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It now remains for us to reply to an objection that has been made to the inspiration and divine authority of the Holy Scriptures ; namely, that their contents do not harmonize with the recent results of natural science. We must say, first of all, that there must be no disregard of the manner and place where this conflict should take place. The natural sciences have to do with the investigation of the laws by which nature moves in its regular course. The Bible, on the contrary, has nothing to do with the establishment of those laws. It has to do with the divine control of human destiny, with the revelation of God's nature, and of God's deeds and purpose for our salvation. It nowhere lays claim to being a book of instruction on the natural sciences; and it even has no absolute point of contact with them. There is only one passage to my knowledge in the Holy Scriptures where there is any thing said on the order of nature, (Gen. viii, 22,) “While the earth remaineth, seed time and harvest, and cold and heat, and summer and winter, and day and night, shall not cease.” What natural science would declare this a false piece of instruction ?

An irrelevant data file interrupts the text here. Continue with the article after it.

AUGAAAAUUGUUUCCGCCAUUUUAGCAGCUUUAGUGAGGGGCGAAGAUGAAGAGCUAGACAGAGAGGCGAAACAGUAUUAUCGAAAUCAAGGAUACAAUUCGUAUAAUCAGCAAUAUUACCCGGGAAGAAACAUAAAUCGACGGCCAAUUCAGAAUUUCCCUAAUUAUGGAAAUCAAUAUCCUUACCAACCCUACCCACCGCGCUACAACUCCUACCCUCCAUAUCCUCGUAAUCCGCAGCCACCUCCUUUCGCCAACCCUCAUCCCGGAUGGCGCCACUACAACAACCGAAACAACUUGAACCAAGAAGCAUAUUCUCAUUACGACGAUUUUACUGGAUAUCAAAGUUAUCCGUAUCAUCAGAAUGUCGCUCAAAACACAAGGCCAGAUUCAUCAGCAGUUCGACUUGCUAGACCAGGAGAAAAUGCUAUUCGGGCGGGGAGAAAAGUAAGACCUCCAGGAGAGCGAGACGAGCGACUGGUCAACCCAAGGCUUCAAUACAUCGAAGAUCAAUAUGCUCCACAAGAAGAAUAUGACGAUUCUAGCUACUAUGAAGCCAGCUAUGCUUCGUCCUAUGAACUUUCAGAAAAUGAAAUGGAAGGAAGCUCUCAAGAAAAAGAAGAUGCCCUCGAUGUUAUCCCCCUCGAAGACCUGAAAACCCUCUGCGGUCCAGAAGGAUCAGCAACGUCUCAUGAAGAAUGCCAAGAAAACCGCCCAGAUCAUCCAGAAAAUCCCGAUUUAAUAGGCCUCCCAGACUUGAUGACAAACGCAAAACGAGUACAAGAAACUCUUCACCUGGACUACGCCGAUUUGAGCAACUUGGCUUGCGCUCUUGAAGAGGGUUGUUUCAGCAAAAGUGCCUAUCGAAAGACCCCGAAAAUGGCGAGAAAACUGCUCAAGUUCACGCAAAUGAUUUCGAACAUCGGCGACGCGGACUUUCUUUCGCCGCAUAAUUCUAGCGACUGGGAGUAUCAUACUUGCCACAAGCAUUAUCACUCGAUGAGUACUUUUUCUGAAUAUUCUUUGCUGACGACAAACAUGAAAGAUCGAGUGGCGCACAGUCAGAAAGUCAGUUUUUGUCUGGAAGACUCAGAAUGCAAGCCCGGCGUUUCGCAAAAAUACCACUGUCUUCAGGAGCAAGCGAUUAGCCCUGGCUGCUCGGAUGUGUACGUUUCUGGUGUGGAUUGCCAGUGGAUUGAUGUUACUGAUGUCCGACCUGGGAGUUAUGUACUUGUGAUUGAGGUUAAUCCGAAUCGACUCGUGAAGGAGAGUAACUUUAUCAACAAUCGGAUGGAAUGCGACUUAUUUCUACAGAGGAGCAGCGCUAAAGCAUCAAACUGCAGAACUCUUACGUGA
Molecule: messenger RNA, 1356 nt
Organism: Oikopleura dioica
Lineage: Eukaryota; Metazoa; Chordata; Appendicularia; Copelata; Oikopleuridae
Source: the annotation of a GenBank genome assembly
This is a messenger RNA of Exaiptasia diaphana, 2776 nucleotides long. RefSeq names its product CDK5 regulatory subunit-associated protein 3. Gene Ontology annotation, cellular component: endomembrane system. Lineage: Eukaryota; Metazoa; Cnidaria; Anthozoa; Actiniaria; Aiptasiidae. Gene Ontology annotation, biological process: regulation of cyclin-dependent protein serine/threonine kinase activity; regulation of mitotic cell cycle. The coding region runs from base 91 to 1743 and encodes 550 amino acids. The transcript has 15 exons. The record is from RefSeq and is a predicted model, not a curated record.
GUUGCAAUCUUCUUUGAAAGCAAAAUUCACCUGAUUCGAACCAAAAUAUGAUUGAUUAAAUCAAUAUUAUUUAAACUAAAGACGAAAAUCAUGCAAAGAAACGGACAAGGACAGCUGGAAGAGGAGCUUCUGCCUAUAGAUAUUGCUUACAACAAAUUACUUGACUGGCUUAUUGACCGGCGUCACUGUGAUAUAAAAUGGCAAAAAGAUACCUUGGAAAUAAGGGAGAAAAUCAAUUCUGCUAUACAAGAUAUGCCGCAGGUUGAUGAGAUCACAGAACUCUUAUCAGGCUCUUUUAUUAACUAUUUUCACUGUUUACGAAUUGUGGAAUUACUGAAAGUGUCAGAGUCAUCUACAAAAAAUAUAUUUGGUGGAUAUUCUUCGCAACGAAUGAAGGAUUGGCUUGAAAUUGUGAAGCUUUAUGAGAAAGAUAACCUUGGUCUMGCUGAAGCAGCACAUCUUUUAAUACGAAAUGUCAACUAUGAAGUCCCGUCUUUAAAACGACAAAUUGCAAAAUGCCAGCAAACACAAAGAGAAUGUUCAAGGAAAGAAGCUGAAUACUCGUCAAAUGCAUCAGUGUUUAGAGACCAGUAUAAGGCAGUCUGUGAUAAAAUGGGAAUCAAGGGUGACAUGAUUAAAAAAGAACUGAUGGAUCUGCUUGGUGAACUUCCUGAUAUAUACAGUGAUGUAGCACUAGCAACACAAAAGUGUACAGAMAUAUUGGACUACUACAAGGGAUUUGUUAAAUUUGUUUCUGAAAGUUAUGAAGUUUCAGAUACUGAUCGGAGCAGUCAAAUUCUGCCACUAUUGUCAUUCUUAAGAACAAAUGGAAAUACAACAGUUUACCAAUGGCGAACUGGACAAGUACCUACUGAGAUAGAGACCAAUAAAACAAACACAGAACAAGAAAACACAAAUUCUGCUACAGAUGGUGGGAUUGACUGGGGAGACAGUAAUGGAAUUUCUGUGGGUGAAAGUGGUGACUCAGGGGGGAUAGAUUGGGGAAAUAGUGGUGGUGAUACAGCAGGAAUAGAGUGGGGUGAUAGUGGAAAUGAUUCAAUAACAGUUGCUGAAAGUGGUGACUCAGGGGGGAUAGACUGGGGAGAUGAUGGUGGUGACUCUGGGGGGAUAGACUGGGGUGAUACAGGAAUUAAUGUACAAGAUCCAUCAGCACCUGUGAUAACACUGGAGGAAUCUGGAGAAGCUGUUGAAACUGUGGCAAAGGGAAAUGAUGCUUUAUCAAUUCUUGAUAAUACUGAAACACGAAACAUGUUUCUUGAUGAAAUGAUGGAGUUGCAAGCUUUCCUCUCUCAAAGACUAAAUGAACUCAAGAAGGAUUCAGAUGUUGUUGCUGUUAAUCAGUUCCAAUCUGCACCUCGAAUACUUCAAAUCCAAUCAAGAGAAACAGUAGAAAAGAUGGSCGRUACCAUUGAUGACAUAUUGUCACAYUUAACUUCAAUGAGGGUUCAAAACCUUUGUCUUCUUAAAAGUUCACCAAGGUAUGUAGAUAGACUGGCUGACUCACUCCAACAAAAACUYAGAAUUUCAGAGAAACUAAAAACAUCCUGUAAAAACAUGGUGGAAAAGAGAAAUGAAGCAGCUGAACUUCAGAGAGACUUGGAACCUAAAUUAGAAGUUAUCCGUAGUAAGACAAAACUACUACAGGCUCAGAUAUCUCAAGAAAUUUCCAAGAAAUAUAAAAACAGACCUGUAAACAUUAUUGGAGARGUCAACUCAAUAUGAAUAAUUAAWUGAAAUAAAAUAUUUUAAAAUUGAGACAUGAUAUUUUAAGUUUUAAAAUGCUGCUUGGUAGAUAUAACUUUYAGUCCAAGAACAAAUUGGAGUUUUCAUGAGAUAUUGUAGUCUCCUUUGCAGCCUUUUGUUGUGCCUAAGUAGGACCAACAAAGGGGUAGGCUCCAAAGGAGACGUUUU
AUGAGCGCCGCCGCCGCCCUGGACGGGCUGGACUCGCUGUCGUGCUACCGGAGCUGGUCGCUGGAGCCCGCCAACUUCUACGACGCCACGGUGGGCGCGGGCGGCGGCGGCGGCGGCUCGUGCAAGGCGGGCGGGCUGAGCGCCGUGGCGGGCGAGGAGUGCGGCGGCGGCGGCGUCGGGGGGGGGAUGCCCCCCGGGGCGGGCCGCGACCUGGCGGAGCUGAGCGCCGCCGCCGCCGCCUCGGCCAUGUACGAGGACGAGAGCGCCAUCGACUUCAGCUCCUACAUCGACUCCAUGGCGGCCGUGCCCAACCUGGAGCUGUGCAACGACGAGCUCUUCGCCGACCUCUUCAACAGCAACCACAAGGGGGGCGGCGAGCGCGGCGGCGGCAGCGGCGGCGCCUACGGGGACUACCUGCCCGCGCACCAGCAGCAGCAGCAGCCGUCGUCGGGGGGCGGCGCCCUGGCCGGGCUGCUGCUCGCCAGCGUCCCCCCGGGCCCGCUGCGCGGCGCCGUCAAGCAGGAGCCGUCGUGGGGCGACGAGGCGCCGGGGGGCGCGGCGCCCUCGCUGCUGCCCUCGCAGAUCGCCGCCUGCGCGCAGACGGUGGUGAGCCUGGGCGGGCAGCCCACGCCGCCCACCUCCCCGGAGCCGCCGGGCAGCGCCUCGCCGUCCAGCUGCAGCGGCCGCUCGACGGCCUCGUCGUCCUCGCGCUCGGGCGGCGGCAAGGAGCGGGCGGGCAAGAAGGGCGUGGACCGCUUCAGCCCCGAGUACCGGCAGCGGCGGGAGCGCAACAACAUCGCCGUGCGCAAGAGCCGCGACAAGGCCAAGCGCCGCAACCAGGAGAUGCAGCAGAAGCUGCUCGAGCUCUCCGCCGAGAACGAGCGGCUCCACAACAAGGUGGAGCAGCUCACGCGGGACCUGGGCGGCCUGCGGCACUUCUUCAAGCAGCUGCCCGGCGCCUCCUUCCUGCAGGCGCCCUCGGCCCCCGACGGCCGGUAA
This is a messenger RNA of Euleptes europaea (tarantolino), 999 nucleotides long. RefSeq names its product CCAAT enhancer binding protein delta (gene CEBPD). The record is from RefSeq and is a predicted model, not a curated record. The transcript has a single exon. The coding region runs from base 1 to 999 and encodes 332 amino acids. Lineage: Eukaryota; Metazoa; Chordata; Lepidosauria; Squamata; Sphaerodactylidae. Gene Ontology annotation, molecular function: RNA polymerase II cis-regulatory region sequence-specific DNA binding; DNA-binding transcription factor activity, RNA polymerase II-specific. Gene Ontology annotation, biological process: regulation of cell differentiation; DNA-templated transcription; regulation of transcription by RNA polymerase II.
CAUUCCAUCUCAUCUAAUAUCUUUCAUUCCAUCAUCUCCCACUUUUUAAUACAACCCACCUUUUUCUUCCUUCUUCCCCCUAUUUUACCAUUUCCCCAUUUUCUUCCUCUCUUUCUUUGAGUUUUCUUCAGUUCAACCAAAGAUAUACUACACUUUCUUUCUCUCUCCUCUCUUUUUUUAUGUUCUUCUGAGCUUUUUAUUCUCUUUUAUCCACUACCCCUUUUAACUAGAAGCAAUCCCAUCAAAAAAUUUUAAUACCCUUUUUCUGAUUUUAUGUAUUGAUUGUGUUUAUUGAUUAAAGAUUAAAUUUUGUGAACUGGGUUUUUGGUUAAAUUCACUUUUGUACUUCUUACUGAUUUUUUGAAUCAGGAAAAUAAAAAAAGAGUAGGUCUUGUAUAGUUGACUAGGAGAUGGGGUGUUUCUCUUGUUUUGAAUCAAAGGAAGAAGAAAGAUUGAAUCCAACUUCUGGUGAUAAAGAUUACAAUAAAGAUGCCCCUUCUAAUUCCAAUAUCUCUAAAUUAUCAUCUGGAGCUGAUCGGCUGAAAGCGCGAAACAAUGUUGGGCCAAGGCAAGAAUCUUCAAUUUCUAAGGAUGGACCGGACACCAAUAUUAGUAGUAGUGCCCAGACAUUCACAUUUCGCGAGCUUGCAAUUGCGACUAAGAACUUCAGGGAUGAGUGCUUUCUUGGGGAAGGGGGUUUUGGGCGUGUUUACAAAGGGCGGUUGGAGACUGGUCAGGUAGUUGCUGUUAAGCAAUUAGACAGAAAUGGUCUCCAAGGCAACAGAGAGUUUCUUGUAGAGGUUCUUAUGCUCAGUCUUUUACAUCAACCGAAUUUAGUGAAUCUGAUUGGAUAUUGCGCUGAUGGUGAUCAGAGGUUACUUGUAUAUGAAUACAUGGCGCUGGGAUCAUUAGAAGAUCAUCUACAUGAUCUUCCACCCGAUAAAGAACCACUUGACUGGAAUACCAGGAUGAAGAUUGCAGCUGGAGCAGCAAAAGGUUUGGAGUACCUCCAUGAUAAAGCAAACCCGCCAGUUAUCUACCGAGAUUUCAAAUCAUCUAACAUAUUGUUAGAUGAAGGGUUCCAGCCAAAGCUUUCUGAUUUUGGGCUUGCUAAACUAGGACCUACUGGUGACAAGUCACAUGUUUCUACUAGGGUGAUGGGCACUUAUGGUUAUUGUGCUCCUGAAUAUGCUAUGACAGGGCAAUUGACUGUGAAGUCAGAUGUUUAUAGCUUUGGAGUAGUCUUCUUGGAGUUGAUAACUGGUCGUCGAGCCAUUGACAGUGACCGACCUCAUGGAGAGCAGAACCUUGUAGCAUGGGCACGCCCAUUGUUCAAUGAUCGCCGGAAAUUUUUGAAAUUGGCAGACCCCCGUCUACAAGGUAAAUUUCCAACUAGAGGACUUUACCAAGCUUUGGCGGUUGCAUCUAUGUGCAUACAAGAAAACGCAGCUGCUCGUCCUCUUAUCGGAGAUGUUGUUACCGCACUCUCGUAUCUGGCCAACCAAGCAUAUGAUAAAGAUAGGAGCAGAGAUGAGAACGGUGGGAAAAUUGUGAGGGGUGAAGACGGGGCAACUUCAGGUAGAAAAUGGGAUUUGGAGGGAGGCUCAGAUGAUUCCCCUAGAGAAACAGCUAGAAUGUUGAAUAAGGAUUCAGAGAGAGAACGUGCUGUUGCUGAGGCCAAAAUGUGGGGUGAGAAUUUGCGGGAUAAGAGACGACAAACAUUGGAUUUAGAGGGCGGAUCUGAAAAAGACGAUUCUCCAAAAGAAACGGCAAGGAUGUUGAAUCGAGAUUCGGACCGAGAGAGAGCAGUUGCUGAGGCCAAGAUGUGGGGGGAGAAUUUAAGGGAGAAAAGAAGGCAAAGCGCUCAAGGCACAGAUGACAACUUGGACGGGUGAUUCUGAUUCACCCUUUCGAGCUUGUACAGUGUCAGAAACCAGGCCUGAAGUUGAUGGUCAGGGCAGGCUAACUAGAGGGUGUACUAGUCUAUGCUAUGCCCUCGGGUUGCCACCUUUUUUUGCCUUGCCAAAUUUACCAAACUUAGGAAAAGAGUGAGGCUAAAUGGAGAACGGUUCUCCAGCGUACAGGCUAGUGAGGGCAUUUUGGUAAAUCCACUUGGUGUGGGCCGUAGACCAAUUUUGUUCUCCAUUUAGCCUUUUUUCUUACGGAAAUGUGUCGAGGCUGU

“ But," it is said, “contradictions occur. The Bible does not propose to give any instruction on natural laws, but it speaks of events in nature, for example, at creation, in a manner which does not harmonize with the results of natural science at the present day.” But it must be here asked, What results are meant? Shall the Bible harmonize with the Neptunists, or with the Plutonists; or with which of the different theories of development by which the natural science of the present day has bridged over this obsolete opposition? Should it entertain materialistic fundamental views on the nature of life, with Moleschott, or realistic ones with Harless, or idealistic ones with Carus ?* All these fragmentary theories spring up just as soon as natural science leaves its sphere as a science of rules,